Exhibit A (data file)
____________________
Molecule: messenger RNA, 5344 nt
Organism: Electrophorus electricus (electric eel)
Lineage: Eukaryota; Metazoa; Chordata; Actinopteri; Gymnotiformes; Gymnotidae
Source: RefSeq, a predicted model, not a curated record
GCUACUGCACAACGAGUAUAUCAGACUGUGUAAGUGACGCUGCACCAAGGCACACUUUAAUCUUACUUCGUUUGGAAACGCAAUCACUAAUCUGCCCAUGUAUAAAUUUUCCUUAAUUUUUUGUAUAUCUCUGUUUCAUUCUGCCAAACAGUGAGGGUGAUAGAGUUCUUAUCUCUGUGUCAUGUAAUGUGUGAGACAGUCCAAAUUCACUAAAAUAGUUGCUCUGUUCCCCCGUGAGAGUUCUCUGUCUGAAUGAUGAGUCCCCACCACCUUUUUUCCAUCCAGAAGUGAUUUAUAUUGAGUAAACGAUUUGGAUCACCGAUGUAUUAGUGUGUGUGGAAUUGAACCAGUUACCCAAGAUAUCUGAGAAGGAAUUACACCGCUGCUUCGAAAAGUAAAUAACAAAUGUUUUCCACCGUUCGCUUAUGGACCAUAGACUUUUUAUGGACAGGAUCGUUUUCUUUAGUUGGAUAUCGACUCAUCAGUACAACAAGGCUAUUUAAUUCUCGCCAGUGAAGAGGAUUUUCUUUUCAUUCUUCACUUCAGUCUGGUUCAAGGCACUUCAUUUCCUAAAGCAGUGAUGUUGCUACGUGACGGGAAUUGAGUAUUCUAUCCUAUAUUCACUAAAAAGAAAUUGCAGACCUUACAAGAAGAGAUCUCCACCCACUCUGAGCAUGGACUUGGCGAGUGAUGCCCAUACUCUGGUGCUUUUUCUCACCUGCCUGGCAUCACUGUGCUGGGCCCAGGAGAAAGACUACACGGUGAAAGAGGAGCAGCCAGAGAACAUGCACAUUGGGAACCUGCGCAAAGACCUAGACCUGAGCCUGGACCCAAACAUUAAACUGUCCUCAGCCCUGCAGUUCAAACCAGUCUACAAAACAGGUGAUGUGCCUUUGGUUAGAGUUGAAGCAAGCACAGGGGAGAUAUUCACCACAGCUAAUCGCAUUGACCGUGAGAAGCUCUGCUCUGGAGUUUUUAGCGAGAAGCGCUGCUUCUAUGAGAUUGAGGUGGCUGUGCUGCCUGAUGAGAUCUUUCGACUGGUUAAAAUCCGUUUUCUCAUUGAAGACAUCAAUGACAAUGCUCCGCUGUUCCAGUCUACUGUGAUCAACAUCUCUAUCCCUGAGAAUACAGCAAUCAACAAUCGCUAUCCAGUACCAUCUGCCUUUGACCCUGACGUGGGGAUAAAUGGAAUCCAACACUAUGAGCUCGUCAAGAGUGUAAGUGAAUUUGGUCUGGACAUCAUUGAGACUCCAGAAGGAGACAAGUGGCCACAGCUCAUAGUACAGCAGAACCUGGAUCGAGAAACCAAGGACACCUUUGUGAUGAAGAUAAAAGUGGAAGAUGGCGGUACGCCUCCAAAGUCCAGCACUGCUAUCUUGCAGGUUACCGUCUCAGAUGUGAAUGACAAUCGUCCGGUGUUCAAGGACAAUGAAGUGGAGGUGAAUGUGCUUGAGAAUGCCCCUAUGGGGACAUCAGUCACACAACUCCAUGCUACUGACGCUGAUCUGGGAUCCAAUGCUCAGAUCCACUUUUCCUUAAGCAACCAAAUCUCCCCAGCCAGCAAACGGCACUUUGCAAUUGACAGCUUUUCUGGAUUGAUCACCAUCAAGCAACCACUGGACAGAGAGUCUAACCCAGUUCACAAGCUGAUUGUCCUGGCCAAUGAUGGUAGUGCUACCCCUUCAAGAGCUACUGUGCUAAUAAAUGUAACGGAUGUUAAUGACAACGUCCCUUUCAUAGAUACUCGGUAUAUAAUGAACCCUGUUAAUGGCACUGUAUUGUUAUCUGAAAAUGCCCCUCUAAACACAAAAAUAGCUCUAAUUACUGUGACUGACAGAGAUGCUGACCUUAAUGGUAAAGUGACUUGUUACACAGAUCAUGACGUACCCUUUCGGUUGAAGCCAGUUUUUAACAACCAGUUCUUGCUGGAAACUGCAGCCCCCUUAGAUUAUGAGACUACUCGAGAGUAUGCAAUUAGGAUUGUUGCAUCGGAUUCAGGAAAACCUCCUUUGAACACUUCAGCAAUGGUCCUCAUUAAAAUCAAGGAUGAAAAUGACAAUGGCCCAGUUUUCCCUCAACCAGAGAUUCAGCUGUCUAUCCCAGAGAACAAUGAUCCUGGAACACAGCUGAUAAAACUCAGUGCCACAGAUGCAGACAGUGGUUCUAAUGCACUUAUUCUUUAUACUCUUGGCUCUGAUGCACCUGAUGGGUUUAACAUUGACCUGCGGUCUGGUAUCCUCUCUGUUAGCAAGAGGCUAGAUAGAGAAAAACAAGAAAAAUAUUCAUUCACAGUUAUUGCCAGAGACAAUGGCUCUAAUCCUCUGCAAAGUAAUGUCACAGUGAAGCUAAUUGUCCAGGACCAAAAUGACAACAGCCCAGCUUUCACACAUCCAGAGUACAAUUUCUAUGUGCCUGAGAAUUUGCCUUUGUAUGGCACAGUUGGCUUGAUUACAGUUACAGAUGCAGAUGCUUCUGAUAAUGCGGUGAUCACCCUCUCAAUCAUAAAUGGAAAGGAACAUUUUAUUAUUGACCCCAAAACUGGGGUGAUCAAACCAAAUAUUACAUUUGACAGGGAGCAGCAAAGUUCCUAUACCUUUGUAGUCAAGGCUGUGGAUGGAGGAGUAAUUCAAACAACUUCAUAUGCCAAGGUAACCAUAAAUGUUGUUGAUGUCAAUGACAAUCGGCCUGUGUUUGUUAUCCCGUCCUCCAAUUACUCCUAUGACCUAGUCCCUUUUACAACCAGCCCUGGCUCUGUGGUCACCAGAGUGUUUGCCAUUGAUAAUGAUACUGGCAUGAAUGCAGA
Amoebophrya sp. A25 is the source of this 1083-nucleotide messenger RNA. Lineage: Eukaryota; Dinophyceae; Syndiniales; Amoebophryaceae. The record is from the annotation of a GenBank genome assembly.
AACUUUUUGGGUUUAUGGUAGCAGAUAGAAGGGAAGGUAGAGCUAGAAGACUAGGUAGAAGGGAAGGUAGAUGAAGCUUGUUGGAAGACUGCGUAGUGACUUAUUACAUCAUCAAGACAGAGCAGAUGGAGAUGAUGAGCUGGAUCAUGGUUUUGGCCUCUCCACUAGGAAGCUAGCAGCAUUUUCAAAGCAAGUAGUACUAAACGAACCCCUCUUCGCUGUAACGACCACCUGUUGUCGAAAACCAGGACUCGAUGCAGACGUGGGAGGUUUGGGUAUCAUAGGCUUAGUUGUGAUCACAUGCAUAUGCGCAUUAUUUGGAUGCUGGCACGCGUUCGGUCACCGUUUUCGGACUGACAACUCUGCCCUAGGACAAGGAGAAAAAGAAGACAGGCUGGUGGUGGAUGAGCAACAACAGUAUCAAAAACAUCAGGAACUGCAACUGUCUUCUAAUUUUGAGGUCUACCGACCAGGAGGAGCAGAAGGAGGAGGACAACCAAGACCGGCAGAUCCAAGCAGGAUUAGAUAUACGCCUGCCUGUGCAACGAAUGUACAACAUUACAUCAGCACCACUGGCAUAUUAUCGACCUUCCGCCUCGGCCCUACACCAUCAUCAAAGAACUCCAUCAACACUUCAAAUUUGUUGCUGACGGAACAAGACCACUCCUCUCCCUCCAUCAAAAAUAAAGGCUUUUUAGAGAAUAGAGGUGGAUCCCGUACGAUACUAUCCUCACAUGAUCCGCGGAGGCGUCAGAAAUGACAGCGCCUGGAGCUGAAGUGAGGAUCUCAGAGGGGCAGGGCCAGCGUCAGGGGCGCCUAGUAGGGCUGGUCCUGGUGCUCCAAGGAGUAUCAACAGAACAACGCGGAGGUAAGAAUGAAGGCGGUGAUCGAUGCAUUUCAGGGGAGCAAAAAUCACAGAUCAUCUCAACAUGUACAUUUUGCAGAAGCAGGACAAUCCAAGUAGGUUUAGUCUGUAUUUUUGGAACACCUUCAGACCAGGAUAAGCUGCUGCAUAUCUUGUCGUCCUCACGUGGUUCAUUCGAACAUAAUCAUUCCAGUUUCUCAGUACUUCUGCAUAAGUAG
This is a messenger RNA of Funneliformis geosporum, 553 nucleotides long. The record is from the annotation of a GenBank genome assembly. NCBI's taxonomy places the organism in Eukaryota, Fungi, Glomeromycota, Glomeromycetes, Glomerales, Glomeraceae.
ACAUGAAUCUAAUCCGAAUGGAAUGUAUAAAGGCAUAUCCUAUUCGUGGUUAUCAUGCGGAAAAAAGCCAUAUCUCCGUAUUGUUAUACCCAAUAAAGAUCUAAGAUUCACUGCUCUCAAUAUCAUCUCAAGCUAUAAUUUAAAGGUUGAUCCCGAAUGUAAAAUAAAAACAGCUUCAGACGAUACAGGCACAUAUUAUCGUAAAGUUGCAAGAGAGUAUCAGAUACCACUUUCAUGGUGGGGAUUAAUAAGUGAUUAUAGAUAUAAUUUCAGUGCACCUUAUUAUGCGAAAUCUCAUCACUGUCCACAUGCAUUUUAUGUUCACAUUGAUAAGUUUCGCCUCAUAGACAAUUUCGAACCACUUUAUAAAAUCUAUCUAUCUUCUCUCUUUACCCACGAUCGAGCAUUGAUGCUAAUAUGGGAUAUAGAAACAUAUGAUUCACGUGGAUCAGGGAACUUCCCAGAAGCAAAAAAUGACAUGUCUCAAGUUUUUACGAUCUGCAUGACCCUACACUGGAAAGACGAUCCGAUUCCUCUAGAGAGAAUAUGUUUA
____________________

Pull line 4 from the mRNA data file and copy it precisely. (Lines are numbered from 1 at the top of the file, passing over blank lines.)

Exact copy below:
Source: RefSeq, a predicted model, not a curated record